Verity Holloway, Pseudotooth
Verity Holloway, Pseudotooth, Unsung Stories, 2017.
Weird... Very weird... Weirder... Weirdest... Those words very much defined my reading of Pseudotooth, a fantasy novel that isn't easy to categorise. Nonetheless, it was a very engrossing read and a very satisfying one.
Aisling is a teenager who suffers from seizures that aren't caused by any obvious medical condition, pseudo seizures the doctors called them. Her mother decides to reunite with an ex boyfriend of hers who had raped Aisling and to drop her daughter at her aunt Edythe, in a house in the country. Aisling arrives and finds herself in a house where she isn't welcome.
Pseudotooth starts like a Gothic novel: Edythe's house is very much the creepy mansion of old. It has its secret nooks, it has the frightening guardian in the form of Edythe, it has mysterious apparitions and the bookshelves filled with diaries full of repulsive ideas. Most of the first part felt slightly nauseating because of the perfectly horrible characters the beginning is filled with.
But by mid-novel, it turns into something else altogether: as Aisling suffers from her seizures, she reaches a village that seems to be in the thrall of some sort of cult initiated by a mysterious man called Our Friend and that hasn't got contemporary technology. New characters appear, this time much more likeable characters, but the mystery has increased ten folds. Not to mention that it is very uncertain whether it's a dreamscape development while Aisling is in the middle of a seizure, a multiverse development, or if Aisling has gone mad and it's some sort of 'Normal Again' (a Buffy episode) story.
The mystery is very well maintained and Holloway provides answers though they aren't detailed and you'll just have to take them for granted. But they felt to me as quite satisfying... Except for the last line which I found slightly disappointing and awkward. It was a pity because the rest of the story is very well written, with a tense style when it has to be, poetic when needed to, and a great worldbuilding.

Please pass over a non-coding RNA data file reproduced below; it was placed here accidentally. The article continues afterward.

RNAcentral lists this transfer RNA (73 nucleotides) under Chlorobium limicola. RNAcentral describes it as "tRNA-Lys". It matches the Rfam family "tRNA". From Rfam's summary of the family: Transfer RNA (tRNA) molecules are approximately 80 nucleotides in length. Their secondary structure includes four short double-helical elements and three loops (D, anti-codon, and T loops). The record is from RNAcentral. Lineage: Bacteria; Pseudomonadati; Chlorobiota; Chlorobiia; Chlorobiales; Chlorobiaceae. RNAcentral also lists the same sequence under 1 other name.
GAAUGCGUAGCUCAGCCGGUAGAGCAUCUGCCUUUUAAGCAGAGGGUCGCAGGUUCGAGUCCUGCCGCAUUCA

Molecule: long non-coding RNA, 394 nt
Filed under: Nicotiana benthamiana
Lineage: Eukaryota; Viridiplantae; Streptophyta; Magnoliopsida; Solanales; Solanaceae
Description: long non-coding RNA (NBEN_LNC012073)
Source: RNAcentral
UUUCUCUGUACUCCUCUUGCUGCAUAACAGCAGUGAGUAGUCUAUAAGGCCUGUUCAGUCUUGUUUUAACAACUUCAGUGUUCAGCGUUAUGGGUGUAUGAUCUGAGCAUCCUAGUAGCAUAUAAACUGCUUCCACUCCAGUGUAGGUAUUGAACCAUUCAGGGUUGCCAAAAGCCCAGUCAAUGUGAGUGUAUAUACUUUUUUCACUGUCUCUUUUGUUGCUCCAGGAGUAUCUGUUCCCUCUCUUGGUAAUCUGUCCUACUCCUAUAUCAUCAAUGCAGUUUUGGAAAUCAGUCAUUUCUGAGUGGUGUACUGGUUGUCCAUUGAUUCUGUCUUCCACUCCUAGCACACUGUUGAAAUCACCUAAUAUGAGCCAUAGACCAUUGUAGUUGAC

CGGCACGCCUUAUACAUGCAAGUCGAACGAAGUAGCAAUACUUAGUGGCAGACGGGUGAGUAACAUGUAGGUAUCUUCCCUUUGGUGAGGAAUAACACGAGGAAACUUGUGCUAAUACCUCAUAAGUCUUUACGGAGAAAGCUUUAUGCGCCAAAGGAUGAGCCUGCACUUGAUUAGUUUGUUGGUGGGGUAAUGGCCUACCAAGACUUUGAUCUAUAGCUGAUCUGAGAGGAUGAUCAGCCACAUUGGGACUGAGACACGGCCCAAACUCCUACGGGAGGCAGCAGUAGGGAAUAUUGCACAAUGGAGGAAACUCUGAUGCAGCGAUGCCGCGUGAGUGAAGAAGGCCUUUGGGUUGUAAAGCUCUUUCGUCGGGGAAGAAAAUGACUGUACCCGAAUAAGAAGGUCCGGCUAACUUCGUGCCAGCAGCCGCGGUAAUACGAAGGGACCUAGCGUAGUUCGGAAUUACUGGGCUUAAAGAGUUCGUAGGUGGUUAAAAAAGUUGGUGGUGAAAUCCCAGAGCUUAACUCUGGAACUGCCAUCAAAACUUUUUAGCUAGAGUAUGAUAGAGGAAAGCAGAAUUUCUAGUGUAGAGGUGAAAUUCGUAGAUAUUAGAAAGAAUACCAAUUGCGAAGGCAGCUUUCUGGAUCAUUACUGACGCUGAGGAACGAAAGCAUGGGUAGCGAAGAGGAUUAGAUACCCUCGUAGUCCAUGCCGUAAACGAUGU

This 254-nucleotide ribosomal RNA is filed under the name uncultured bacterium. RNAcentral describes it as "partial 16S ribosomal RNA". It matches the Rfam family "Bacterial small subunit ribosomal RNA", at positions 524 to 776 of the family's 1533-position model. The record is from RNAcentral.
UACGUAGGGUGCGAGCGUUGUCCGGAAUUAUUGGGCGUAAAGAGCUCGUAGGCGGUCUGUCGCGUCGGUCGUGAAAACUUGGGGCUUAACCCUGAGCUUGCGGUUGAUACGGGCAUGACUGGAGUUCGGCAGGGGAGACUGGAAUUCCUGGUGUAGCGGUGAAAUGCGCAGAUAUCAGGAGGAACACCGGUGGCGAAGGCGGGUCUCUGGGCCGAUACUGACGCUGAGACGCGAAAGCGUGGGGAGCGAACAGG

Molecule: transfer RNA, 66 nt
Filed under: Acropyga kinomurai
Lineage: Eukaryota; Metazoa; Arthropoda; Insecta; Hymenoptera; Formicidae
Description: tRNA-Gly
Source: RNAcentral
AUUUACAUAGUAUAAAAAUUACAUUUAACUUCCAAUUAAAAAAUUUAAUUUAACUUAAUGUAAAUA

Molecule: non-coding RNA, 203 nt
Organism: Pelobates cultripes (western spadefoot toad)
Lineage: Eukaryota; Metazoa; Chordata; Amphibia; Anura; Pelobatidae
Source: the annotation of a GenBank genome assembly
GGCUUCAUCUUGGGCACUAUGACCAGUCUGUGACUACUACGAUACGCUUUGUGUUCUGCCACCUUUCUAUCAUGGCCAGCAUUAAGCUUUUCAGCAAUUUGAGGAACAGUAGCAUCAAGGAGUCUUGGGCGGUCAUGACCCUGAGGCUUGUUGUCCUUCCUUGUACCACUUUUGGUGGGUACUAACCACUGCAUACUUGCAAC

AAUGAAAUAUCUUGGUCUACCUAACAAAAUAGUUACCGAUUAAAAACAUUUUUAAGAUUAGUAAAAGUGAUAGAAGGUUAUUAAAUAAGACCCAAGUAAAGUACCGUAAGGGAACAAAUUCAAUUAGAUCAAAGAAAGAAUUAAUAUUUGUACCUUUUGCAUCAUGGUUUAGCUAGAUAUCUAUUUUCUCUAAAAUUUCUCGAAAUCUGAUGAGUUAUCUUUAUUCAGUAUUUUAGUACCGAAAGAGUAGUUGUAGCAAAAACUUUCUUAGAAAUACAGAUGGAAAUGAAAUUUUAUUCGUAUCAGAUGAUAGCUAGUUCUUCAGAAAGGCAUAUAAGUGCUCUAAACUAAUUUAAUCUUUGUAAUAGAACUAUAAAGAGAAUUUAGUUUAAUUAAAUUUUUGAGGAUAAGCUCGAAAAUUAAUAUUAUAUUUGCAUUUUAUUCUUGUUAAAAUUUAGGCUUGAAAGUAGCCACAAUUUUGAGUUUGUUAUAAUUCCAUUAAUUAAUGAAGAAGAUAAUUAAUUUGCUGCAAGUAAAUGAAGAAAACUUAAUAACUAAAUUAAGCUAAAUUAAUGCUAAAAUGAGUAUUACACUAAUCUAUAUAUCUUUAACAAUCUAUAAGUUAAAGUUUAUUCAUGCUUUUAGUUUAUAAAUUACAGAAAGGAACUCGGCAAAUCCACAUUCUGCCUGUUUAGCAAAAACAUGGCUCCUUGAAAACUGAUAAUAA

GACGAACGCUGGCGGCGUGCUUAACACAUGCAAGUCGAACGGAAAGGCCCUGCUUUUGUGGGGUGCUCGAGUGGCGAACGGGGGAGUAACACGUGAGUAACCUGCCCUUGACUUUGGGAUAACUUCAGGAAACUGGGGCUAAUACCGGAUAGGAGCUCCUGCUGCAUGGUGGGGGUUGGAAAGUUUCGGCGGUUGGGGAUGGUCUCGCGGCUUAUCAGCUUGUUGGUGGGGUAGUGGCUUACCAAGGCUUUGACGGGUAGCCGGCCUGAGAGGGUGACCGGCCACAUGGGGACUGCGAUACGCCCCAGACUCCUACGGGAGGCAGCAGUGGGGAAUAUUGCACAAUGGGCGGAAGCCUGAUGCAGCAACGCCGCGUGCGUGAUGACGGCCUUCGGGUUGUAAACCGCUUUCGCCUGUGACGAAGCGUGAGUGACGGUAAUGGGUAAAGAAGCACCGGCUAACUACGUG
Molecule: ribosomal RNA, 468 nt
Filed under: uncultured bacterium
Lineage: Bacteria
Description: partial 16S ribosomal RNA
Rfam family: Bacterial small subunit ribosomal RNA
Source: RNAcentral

The characters are very much a strong point of the story: from the downright repulsive human beings to the very endearing and a lot of nuances in between, Holloway weaves an intricate narrative that lightens them by touches, whether she brings us back in the past or uses some sudden reveals. In the end, it is a journey of self discovery and acceptance for Aisling, but also for most of the secondary characters who accompany her. Holloway tries to head to an optimistic ending where young people try to forgive adults and stop carrying their mistakes on their shoulders to find their own place in the world. Whether her characters will manage to or not is for the reader to find out.
Pseudotooth will require a bit of an adventurous reader, who isn't afraid of horrible characters nor of a story that doesn't provide neatly every answer instantly. But it will prove an engrossing read with some fascinating settings and mysteries and very endearing characters.
The writer's website.
A free copy was received in exchange for an honest review on Amazon but with no obligation attached to review it on The Middle Shelf.
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All reviews are spoiler free unless explicitly stated otherwise.
I only review stories I have liked even if my opinion may be nuanced. It doesn't apply for the "Novels published before 1978" series of blog posts.
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